New particle formation (NPF) is a key process for haze formation, leading to the deterioration of air quality. Chemical and photochemical processes have been intensively studied over the past decades to understand their roles in NPF, but the physical process has drawn much less attention.
A ubiquitous relationship is found between the intensity of atmospheric stability in the surface layer and NPF features, based on a large number of observations made at three sites in three countries (China, Finland, and the USA). Numerous factors impacting NPF are identified and quantified in our observational analyses. Besides facilitating NPF, increasing the turbulence intensity depresses the condensation sink of NPF, preventing small particles from being scavenged on the surface of preexisting particles. The growth rate is faster under strengthening turbulence conditions (> 3.2 nm h-1) than under weakening turbulence conditions (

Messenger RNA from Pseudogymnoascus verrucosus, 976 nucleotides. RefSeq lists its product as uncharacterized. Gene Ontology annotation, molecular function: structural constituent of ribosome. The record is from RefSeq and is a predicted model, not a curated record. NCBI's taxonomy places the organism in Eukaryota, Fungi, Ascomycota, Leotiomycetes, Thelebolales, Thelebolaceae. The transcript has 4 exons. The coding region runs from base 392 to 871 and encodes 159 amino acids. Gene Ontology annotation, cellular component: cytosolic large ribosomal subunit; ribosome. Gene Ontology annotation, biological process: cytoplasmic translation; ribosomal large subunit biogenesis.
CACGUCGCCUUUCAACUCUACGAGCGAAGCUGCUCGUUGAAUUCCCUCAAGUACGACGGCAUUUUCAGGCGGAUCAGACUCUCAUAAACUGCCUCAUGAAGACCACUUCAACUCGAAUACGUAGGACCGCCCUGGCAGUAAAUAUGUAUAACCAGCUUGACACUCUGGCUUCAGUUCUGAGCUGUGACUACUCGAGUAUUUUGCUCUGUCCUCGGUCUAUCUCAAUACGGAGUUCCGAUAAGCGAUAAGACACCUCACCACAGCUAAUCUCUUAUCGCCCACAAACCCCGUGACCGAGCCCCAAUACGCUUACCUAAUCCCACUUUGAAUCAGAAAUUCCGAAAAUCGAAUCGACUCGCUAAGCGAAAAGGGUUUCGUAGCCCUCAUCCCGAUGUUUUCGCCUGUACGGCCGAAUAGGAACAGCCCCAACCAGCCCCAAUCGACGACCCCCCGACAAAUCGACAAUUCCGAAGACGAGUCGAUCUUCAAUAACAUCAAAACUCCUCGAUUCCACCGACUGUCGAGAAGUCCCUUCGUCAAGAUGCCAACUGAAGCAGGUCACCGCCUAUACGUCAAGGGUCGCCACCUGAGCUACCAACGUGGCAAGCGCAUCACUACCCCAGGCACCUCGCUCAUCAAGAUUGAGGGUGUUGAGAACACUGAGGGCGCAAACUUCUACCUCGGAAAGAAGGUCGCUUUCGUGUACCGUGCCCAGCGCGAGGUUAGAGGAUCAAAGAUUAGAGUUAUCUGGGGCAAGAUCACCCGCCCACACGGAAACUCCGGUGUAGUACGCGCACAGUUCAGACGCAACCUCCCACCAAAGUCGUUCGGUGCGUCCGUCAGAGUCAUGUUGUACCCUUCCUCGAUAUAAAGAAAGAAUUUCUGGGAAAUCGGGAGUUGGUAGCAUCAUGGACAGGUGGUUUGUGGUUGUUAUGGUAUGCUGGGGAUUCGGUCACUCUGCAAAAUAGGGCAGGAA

In general, enhanced turbulence generates a higher local supersaturation that facilitates the clustering of condensable vapor to form new particles, favoring the nucleation process. Enhanced turbulence also dilutes the pre-existing particle concentration, causing the condensation sink to decrease. This favors the growth of newly formed particles, which also prolongs the duration of NPF events. These findings suggest a physical mechanism that may act on top of the traditional mechanisms of NPF that are solely based on chemical and photochemical processes. This may help elucidate the NPF process from a physical perspective, leading to improvements in predicting the occurrence and duration of haze events.
The hypothesis of the new physical mechanism is tested using a molecular dynamics model. Model results suggest that molecule clusters are compressed and overcome the kinetic energy barrier to form a particle. Due to turbulent diffusion, strong coherent structures of dilution effectively segregate preexisting particles, which also exerts an influence on the particle size distribution, thus favoring the growth of nucleated particles.